Ah, such elegance! A consummate pianist playing her fingers over
the keyboard as beams of light flash through spinning disks to produce
sweet music through honking great horns that look as if they've been
nicked off a steamship. It's a pity that Herr E. Welte's of
Germany's 1936 Light-Tone or Light-Beam Piano never became a mainstay
of the classical music scene. It's such a monster of an
instrument that I'd go to a concert just for the curiosity value.
Hook this baby up with a couple of kettle drums and a Chinese gong and
it would carry all before it at any Battle of the Bands.
The principle behind the light-beam piano is rather interesting and up until 1963 you could have found a perfect example of it
anywhere in Britain just by ringing up the
When I first heard the Speaking Clock as a boy I thought that it must
have been the most thankless job on the face of the Earth. I
imagined that there
was some woman with a voice box like leather stuck in an office day and night reading off the time.
Maybe, I thought, they gave her time off, but I couldn't see how.
I could never even detect when she got a chance to take a sip of
water, much less get her head down for some sleep. Later on,
someone in a fit of exasperation explained to me that the Speaking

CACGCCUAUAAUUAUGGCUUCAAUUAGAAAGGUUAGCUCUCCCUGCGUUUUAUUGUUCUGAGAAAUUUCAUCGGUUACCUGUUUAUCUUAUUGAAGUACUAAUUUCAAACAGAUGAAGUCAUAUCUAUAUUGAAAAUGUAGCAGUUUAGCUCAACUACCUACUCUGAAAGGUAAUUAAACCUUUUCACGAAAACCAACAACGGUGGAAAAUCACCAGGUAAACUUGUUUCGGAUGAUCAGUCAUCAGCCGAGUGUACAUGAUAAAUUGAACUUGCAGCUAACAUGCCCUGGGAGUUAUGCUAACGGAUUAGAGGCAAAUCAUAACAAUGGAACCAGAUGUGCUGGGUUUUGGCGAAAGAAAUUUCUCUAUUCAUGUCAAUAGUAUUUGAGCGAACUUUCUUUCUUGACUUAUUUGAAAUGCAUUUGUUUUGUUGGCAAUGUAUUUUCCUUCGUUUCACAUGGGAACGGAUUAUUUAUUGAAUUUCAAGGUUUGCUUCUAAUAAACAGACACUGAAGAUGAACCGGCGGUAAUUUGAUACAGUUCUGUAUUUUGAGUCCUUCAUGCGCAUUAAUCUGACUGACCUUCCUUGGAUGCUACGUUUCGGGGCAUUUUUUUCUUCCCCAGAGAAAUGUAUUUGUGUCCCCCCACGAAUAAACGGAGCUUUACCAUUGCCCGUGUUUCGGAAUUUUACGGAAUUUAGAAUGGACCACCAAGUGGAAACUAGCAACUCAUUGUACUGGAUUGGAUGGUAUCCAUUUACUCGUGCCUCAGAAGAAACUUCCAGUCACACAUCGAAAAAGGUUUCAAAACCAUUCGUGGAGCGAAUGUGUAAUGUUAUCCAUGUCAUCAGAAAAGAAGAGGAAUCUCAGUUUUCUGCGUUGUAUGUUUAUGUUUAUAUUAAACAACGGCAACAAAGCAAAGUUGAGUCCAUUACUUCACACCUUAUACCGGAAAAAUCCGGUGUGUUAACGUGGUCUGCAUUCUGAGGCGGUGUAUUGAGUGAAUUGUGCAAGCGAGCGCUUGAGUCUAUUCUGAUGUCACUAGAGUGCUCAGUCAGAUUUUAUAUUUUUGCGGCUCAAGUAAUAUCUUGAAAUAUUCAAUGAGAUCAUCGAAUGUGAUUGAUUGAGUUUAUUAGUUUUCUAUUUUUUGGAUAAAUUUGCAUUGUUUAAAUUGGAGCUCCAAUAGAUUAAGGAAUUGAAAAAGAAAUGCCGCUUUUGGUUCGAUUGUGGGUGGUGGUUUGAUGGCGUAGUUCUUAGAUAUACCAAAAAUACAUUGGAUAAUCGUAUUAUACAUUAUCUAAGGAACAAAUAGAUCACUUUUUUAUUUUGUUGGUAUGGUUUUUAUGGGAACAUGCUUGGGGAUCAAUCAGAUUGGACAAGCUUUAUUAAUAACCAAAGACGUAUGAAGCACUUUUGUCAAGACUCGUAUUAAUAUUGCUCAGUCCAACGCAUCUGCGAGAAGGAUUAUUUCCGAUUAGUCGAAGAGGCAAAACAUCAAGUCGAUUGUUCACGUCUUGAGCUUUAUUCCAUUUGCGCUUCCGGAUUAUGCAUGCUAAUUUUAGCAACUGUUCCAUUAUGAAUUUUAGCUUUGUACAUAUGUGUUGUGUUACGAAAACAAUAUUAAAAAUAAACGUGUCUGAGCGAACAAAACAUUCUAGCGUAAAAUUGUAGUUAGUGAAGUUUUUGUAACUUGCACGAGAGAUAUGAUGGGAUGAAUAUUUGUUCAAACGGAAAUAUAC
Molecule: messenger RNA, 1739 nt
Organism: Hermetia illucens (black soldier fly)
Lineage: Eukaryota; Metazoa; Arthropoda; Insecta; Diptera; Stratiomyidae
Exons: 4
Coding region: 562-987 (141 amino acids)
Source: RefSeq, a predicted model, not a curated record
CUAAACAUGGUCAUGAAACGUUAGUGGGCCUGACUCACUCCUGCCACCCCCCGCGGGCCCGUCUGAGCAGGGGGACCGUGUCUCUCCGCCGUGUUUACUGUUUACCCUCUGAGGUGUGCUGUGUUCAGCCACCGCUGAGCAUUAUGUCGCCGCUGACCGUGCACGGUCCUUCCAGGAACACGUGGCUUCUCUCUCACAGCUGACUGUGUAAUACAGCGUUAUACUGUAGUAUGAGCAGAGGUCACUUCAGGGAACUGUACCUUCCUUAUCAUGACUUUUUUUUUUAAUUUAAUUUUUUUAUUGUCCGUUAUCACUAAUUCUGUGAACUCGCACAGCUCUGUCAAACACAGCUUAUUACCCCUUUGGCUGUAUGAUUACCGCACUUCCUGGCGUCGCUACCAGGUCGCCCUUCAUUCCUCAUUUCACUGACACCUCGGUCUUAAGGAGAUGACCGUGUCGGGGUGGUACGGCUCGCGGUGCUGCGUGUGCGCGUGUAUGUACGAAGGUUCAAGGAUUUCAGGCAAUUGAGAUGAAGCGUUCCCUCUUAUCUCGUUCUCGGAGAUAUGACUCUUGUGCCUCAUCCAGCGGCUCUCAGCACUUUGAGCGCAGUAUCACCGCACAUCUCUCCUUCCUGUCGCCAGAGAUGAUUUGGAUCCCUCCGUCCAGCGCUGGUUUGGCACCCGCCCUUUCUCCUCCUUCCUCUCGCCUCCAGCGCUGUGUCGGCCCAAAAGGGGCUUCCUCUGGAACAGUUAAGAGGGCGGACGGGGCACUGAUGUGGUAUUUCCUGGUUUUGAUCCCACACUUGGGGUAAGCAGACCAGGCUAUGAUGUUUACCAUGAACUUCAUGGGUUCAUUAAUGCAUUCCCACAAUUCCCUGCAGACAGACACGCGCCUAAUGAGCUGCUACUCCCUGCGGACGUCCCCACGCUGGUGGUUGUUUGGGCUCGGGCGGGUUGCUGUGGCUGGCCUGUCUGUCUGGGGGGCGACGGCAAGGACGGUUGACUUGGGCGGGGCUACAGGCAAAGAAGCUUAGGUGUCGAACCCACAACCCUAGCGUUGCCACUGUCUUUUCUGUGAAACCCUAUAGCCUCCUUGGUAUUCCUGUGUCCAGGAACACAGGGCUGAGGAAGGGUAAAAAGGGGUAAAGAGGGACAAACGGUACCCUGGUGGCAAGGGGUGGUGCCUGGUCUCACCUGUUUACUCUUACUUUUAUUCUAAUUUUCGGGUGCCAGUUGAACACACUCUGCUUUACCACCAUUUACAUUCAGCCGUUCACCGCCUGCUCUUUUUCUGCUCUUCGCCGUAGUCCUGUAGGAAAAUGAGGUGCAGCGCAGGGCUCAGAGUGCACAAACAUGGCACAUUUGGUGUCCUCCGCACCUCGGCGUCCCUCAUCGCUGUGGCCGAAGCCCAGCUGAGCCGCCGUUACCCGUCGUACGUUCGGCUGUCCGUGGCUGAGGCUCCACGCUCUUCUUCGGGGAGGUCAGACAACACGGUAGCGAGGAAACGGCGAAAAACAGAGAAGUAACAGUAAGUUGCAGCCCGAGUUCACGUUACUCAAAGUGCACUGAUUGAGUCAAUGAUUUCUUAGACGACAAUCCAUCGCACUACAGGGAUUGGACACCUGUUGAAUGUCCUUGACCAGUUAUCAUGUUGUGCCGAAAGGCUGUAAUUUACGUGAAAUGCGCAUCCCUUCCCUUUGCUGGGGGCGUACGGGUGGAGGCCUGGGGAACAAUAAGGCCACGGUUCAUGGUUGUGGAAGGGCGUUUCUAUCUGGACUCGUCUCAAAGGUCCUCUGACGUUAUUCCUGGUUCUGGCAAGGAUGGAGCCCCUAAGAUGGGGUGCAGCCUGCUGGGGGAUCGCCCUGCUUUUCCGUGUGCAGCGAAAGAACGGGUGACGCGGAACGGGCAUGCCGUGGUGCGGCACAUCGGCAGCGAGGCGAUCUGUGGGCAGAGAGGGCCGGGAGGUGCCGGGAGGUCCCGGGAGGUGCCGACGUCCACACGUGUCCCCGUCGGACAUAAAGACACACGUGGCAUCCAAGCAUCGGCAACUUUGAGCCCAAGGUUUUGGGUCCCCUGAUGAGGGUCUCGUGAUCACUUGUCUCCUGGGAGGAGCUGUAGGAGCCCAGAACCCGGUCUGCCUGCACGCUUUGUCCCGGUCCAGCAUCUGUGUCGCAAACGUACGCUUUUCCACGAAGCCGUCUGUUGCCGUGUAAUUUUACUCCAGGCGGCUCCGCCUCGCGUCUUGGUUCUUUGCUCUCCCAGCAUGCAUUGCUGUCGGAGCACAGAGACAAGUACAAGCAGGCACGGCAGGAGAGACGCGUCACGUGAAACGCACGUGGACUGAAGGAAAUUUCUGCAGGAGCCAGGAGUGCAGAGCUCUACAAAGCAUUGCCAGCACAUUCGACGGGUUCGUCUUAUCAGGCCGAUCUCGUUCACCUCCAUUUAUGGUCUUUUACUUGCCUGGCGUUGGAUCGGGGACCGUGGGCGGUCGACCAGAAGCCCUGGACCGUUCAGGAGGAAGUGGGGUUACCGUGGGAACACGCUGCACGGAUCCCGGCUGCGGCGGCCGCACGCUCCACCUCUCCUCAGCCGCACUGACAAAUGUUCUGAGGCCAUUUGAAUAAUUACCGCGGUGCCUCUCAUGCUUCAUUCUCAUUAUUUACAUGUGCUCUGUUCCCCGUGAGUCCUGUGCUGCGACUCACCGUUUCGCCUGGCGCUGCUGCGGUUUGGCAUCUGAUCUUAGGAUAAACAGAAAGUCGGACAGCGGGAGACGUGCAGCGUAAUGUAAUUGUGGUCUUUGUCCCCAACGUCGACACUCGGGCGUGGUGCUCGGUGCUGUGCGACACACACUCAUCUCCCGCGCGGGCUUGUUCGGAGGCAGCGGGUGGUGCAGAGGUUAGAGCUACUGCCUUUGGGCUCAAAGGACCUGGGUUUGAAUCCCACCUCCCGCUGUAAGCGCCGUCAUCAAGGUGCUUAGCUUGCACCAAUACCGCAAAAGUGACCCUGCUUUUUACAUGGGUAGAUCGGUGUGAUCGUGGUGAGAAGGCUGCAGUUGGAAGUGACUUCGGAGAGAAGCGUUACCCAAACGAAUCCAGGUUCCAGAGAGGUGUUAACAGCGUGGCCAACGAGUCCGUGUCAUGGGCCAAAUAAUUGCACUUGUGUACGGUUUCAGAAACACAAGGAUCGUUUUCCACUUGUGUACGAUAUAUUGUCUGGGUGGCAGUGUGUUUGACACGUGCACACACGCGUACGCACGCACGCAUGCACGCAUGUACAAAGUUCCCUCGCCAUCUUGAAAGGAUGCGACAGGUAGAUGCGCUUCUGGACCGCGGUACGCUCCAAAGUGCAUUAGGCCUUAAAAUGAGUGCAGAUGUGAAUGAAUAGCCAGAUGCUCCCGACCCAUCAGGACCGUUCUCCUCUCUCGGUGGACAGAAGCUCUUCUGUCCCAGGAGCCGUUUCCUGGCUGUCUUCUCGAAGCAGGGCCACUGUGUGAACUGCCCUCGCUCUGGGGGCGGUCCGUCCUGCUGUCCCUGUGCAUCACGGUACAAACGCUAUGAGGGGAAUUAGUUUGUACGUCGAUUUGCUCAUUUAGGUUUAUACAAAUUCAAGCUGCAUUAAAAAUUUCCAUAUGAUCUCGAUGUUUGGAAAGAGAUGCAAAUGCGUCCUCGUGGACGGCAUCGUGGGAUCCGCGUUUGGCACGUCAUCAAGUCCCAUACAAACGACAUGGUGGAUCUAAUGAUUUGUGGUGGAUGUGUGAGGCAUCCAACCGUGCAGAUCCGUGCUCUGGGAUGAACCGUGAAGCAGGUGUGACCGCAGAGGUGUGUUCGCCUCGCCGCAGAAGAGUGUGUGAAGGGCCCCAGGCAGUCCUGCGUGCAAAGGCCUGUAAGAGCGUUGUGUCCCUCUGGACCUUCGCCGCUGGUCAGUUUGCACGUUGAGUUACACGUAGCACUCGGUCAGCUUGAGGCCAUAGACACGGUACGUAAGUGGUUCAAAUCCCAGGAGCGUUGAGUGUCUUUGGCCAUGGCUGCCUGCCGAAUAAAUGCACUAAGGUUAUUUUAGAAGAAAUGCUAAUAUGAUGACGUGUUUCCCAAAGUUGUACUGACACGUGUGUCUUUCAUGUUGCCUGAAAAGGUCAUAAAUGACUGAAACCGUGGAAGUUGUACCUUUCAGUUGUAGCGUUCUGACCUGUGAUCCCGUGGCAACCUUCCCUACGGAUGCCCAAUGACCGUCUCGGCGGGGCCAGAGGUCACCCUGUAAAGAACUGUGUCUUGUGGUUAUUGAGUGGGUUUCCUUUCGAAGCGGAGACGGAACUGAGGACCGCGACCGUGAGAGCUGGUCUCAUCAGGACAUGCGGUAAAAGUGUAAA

Clock was, in fact, a recording. That made sense, except that I
still could not imagine how anyone could have the stamina to manage to read out the time
even for a record at ten second intervals to fill up twelve
hours worth of time signals. Besides, how do you make sure
the pips sound in the right place? What happens if the record
wears out, as it was sure to do?
It turns out
that the lads at the GPO used the same dodge that made the light-beam
piano tinkle out notes. The Speaking Clock, in fact, consisted
of four motorised glass disks with a beam of light shining through
each one. One disk had a recording of the woman reading out the
hours, the second had her reading out the minutes, the third the
seconds, and the fourth had the pips.
That saved a lot of recording of a lot of very dull
lines about "Ten twenty-one and 30 seconds" and all that. Just
read read out the hours, then the minutes, then the ten-second
intervals and you're laughing.